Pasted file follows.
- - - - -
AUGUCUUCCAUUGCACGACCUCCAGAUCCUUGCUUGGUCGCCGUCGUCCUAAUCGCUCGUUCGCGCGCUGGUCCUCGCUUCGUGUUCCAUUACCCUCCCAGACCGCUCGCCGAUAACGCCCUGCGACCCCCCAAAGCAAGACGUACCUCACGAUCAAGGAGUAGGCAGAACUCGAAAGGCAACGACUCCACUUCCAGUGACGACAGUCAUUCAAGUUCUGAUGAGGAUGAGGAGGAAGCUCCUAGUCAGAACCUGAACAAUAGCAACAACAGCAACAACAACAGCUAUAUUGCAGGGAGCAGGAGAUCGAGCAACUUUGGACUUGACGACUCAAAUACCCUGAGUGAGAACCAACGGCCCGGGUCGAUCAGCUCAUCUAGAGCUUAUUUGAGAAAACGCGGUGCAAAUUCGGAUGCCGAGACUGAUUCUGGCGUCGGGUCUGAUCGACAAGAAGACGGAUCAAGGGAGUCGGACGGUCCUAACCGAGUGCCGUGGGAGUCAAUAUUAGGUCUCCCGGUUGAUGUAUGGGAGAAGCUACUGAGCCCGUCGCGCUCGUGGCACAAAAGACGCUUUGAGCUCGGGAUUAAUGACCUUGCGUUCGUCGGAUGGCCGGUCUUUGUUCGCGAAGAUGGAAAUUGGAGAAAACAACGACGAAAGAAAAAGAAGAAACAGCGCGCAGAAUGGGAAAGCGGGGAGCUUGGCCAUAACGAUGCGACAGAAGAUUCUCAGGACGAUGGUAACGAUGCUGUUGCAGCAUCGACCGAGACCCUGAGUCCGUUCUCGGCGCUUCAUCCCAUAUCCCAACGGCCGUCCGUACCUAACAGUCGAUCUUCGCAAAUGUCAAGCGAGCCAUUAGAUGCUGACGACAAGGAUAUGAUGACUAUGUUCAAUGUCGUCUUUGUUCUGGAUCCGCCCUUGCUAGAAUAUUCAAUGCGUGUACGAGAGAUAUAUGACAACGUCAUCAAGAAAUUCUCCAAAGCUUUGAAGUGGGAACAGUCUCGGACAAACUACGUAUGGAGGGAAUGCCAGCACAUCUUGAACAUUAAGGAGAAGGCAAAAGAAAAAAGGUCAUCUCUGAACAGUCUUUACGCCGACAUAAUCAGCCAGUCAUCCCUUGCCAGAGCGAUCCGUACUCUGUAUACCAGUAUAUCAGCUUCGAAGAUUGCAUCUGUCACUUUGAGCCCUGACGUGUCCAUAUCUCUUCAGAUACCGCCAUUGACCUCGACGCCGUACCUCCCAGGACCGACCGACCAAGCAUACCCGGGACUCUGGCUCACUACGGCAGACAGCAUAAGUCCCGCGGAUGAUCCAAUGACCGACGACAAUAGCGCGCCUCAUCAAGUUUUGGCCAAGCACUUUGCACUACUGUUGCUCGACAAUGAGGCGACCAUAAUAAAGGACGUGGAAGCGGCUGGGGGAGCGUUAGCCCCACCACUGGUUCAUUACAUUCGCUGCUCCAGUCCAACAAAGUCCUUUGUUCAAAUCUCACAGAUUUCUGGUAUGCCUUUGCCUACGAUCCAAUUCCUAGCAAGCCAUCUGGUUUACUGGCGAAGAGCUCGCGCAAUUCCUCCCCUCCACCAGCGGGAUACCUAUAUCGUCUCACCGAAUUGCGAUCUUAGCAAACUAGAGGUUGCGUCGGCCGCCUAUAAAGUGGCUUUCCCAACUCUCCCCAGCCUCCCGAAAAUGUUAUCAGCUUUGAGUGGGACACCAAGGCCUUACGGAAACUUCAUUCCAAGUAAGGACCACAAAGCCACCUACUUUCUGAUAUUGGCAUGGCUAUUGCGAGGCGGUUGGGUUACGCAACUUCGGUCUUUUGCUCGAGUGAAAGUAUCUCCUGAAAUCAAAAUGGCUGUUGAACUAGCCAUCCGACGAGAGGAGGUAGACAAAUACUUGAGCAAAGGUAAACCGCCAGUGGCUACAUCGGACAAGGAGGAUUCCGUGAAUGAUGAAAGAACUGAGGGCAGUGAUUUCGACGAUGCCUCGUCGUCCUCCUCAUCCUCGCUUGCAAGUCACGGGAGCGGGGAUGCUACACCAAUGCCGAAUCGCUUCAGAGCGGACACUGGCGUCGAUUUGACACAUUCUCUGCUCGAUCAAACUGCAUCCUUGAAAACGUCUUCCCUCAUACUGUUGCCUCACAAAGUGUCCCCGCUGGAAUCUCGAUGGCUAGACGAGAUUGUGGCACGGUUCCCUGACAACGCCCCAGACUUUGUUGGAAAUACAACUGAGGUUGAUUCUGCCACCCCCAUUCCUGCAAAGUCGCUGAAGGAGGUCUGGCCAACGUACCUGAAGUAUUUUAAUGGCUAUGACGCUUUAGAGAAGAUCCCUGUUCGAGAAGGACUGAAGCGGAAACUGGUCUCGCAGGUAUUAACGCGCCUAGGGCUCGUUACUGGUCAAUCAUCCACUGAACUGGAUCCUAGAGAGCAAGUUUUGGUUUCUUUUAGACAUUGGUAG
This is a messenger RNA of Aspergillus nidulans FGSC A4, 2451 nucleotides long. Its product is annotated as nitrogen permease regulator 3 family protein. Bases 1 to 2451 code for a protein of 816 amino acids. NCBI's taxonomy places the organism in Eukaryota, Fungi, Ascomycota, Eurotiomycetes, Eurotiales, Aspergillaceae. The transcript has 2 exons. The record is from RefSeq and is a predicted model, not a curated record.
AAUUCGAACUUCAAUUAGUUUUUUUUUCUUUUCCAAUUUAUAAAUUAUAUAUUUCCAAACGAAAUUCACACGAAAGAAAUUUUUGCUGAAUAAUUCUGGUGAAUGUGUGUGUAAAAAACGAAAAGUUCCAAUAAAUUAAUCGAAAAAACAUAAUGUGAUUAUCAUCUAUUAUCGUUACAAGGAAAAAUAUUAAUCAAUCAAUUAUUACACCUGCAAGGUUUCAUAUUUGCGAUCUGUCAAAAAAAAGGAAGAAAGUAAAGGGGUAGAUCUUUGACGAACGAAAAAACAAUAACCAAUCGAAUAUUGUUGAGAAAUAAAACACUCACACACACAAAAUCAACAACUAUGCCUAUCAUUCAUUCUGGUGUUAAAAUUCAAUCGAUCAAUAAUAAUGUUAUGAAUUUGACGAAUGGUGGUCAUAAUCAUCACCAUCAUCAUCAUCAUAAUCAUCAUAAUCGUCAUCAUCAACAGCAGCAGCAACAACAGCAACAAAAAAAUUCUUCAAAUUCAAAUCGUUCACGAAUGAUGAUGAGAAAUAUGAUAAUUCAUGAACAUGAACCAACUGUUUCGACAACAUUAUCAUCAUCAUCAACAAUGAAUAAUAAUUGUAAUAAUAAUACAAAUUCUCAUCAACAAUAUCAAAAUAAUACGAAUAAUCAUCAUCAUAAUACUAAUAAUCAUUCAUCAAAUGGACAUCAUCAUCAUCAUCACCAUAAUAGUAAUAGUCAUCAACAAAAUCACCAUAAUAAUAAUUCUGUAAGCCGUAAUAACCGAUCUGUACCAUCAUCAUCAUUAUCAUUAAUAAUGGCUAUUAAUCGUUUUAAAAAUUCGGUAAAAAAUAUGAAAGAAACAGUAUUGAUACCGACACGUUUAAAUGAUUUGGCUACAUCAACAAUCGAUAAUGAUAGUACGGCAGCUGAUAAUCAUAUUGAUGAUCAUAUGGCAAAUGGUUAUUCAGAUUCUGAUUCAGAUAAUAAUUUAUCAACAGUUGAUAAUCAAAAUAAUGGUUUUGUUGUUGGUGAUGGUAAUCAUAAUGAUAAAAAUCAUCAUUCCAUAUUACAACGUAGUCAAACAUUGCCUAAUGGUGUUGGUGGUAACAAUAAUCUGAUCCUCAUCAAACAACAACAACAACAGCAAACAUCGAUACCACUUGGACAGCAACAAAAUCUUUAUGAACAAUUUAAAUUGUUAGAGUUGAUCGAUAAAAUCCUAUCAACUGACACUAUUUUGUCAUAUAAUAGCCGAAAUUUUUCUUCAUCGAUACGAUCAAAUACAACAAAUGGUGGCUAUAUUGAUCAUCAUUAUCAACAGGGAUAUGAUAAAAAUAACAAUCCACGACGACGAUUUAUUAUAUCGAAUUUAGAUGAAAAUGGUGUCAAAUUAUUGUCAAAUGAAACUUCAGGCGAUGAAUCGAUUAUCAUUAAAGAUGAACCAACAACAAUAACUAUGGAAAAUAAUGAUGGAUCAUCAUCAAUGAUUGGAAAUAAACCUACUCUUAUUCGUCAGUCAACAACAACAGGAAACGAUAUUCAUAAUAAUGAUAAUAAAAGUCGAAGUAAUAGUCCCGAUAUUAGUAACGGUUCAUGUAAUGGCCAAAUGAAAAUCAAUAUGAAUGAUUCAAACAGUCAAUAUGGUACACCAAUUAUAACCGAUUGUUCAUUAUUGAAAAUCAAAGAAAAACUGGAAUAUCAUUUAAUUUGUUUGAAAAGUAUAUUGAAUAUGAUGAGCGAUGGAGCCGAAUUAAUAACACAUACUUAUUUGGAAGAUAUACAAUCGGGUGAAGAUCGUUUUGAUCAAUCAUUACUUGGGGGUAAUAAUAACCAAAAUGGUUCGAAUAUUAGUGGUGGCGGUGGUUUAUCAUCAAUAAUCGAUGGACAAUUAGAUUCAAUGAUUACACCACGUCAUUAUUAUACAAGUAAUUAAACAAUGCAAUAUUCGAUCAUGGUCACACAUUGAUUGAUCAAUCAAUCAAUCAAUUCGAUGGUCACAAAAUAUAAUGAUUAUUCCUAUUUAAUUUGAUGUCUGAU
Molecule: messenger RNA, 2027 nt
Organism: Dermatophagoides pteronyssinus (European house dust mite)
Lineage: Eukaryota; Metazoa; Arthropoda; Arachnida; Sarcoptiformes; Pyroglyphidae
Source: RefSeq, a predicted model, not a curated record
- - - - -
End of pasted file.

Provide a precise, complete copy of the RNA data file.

AUGUCUUCCAUUGCACGACCUCCAGAUCCUUGCUUGGUCGCCGUCGUCCUAAUCGCUCGUUCGCGCGCUGGUCCUCGCUUCGUGUUCCAUUACCCUCCCAGACCGCUCGCCGAUAACGCCCUGCGACCCCCCAAAGCAAGACGUACCUCACGAUCAAGGAGUAGGCAGAACUCGAAAGGCAACGACUCCACUUCCAGUGACGACAGUCAUUCAAGUUCUGAUGAGGAUGAGGAGGAAGCUCCUAGUCAGAACCUGAACAAUAGCAACAACAGCAACAACAACAGCUAUAUUGCAGGGAGCAGGAGAUCGAGCAACUUUGGACUUGACGACUCAAAUACCCUGAGUGAGAACCAACGGCCCGGGUCGAUCAGCUCAUCUAGAGCUUAUUUGAGAAAACGCGGUGCAAAUUCGGAUGCCGAGACUGAUUCUGGCGUCGGGUCUGAUCGACAAGAAGACGGAUCAAGGGAGUCGGACGGUCCUAACCGAGUGCCGUGGGAGUCAAUAUUAGGUCUCCCGGUUGAUGUAUGGGAGAAGCUACUGAGCCCGUCGCGCUCGUGGCACAAAAGACGCUUUGAGCUCGGGAUUAAUGACCUUGCGUUCGUCGGAUGGCCGGUCUUUGUUCGCGAAGAUGGAAAUUGGAGAAAACAACGACGAAAGAAAAAGAAGAAACAGCGCGCAGAAUGGGAAAGCGGGGAGCUUGGCCAUAACGAUGCGACAGAAGAUUCUCAGGACGAUGGUAACGAUGCUGUUGCAGCAUCGACCGAGACCCUGAGUCCGUUCUCGGCGCUUCAUCCCAUAUCCCAACGGCCGUCCGUACCUAACAGUCGAUCUUCGCAAAUGUCAAGCGAGCCAUUAGAUGCUGACGACAAGGAUAUGAUGACUAUGUUCAAUGUCGUCUUUGUUCUGGAUCCGCCCUUGCUAGAAUAUUCAAUGCGUGUACGAGAGAUAUAUGACAACGUCAUCAAGAAAUUCUCCAAAGCUUUGAAGUGGGAACAGUCUCGGACAAACUACGUAUGGAGGGAAUGCCAGCACAUCUUGAACAUUAAGGAGAAGGCAAAAGAAAAAAGGUCAUCUCUGAACAGUCUUUACGCCGACAUAAUCAGCCAGUCAUCCCUUGCCAGAGCGAUCCGUACUCUGUAUACCAGUAUAUCAGCUUCGAAGAUUGCAUCUGUCACUUUGAGCCCUGACGUGUCCAUAUCUCUUCAGAUACCGCCAUUGACCUCGACGCCGUACCUCCCAGGACCGACCGACCAAGCAUACCCGGGACUCUGGCUCACUACGGCAGACAGCAUAAGUCCCGCGGAUGAUCCAAUGACCGACGACAAUAGCGCGCCUCAUCAAGUUUUGGCCAAGCACUUUGCACUACUGUUGCUCGACAAUGAGGCGACCAUAAUAAAGGACGUGGAAGCGGCUGGGGGAGCGUUAGCCCCACCACUGGUUCAUUACAUUCGCUGCUCCAGUCCAACAAAGUCCUUUGUUCAAAUCUCACAGAUUUCUGGUAUGCCUUUGCCUACGAUCCAAUUCCUAGCAAGCCAUCUGGUUUACUGGCGAAGAGCUCGCGCAAUUCCUCCCCUCCACCAGCGGGAUACCUAUAUCGUCUCACCGAAUUGCGAUCUUAGCAAACUAGAGGUUGCGUCGGCCGCCUAUAAAGUGGCUUUCCCAACUCUCCCCAGCCUCCCGAAAAUGUUAUCAGCUUUGAGUGGGACACCAAGGCCUUACGGAAACUUCAUUCCAAGUAAGGACCACAAAGCCACCUACUUUCUGAUAUUGGCAUGGCUAUUGCGAGGCGGUUGGGUUACGCAACUUCGGUCUUUUGCUCGAGUGAAAGUAUCUCCUGAAAUCAAAAUGGCUGUUGAACUAGCCAUCCGACGAGAGGAGGUAGACAAAUACUUGAGCAAAGGUAAACCGCCAGUGGCUACAUCGGACAAGGAGGAUUCCGUGAAUGAUGAAAGAACUGAGGGCAGUGAUUUCGACGAUGCCUCGUCGUCCUCCUCAUCCUCGCUUGCAAGUCACGGGAGCGGGGAUGCUACACCAAUGCCGAAUCGCUUCAGAGCGGACACUGGCGUCGAUUUGACACAUUCUCUGCUCGAUCAAACUGCAUCCUUGAAAACGUCUUCCCUCAUACUGUUGCCUCACAAAGUGUCCCCGCUGGAAUCUCGAUGGCUAGACGAGAUUGUGGCACGGUUCCCUGACAACGCCCCAGACUUUGUUGGAAAUACAACUGAGGUUGAUUCUGCCACCCCCAUUCCUGCAAAGUCGCUGAAGGAGGUCUGGCCAACGUACCUGAAGUAUUUUAAUGGCUAUGACGCUUUAGAGAAGAUCCCUGUUCGAGAAGGACUGAAGCGGAAACUGGUCUCGCAGGUAUUAACGCGCCUAGGGCUCGUUACUGGUCAAUCAUCCACUGAACUGGAUCCUAGAGAGCAAGUUUUGGUUUCUUUUAGACAUUGGUAG
This is a messenger RNA of Aspergillus nidulans FGSC A4, 2451 nucleotides long. Its product is annotated as nitrogen permease regulator 3 family protein. Bases 1 to 2451 code for a protein of 816 amino acids. NCBI's taxonomy places the organism in Eukaryota, Fungi, Ascomycota, Eurotiomycetes, Eurotiales, Aspergillaceae. The transcript has 2 exons. The record is from RefSeq and is a predicted model, not a curated record.
AAUUCGAACUUCAAUUAGUUUUUUUUUCUUUUCCAAUUUAUAAAUUAUAUAUUUCCAAACGAAAUUCACACGAAAGAAAUUUUUGCUGAAUAAUUCUGGUGAAUGUGUGUGUAAAAAACGAAAAGUUCCAAUAAAUUAAUCGAAAAAACAUAAUGUGAUUAUCAUCUAUUAUCGUUACAAGGAAAAAUAUUAAUCAAUCAAUUAUUACACCUGCAAGGUUUCAUAUUUGCGAUCUGUCAAAAAAAAGGAAGAAAGUAAAGGGGUAGAUCUUUGACGAACGAAAAAACAAUAACCAAUCGAAUAUUGUUGAGAAAUAAAACACUCACACACACAAAAUCAACAACUAUGCCUAUCAUUCAUUCUGGUGUUAAAAUUCAAUCGAUCAAUAAUAAUGUUAUGAAUUUGACGAAUGGUGGUCAUAAUCAUCACCAUCAUCAUCAUCAUAAUCAUCAUAAUCGUCAUCAUCAACAGCAGCAGCAACAACAGCAACAAAAAAAUUCUUCAAAUUCAAAUCGUUCACGAAUGAUGAUGAGAAAUAUGAUAAUUCAUGAACAUGAACCAACUGUUUCGACAACAUUAUCAUCAUCAUCAACAAUGAAUAAUAAUUGUAAUAAUAAUACAAAUUCUCAUCAACAAUAUCAAAAUAAUACGAAUAAUCAUCAUCAUAAUACUAAUAAUCAUUCAUCAAAUGGACAUCAUCAUCAUCAUCACCAUAAUAGUAAUAGUCAUCAACAAAAUCACCAUAAUAAUAAUUCUGUAAGCCGUAAUAACCGAUCUGUACCAUCAUCAUCAUUAUCAUUAAUAAUGGCUAUUAAUCGUUUUAAAAAUUCGGUAAAAAAUAUGAAAGAAACAGUAUUGAUACCGACACGUUUAAAUGAUUUGGCUACAUCAACAAUCGAUAAUGAUAGUACGGCAGCUGAUAAUCAUAUUGAUGAUCAUAUGGCAAAUGGUUAUUCAGAUUCUGAUUCAGAUAAUAAUUUAUCAACAGUUGAUAAUCAAAAUAAUGGUUUUGUUGUUGGUGAUGGUAAUCAUAAUGAUAAAAAUCAUCAUUCCAUAUUACAACGUAGUCAAACAUUGCCUAAUGGUGUUGGUGGUAACAAUAAUCUGAUCCUCAUCAAACAACAACAACAACAGCAAACAUCGAUACCACUUGGACAGCAACAAAAUCUUUAUGAACAAUUUAAAUUGUUAGAGUUGAUCGAUAAAAUCCUAUCAACUGACACUAUUUUGUCAUAUAAUAGCCGAAAUUUUUCUUCAUCGAUACGAUCAAAUACAACAAAUGGUGGCUAUAUUGAUCAUCAUUAUCAACAGGGAUAUGAUAAAAAUAACAAUCCACGACGACGAUUUAUUAUAUCGAAUUUAGAUGAAAAUGGUGUCAAAUUAUUGUCAAAUGAAACUUCAGGCGAUGAAUCGAUUAUCAUUAAAGAUGAACCAACAACAAUAACUAUGGAAAAUAAUGAUGGAUCAUCAUCAAUGAUUGGAAAUAAACCUACUCUUAUUCGUCAGUCAACAACAACAGGAAACGAUAUUCAUAAUAAUGAUAAUAAAAGUCGAAGUAAUAGUCCCGAUAUUAGUAACGGUUCAUGUAAUGGCCAAAUGAAAAUCAAUAUGAAUGAUUCAAACAGUCAAUAUGGUACACCAAUUAUAACCGAUUGUUCAUUAUUGAAAAUCAAAGAAAAACUGGAAUAUCAUUUAAUUUGUUUGAAAAGUAUAUUGAAUAUGAUGAGCGAUGGAGCCGAAUUAAUAACACAUACUUAUUUGGAAGAUAUACAAUCGGGUGAAGAUCGUUUUGAUCAAUCAUUACUUGGGGGUAAUAAUAACCAAAAUGGUUCGAAUAUUAGUGGUGGCGGUGGUUUAUCAUCAAUAAUCGAUGGACAAUUAGAUUCAAUGAUUACACCACGUCAUUAUUAUACAAGUAAUUAAACAAUGCAAUAUUCGAUCAUGGUCACACAUUGAUUGAUCAAUCAAUCAAUCAAUUCGAUGGUCACAAAAUAUAAUGAUUAUUCCUAUUUAAUUUGAUGUCUGAU
Molecule: messenger RNA, 2027 nt
Organism: Dermatophagoides pteronyssinus (European house dust mite)
Lineage: Eukaryota; Metazoa; Arthropoda; Arachnida; Sarcoptiformes; Pyroglyphidae
Source: RefSeq, a predicted model, not a curated record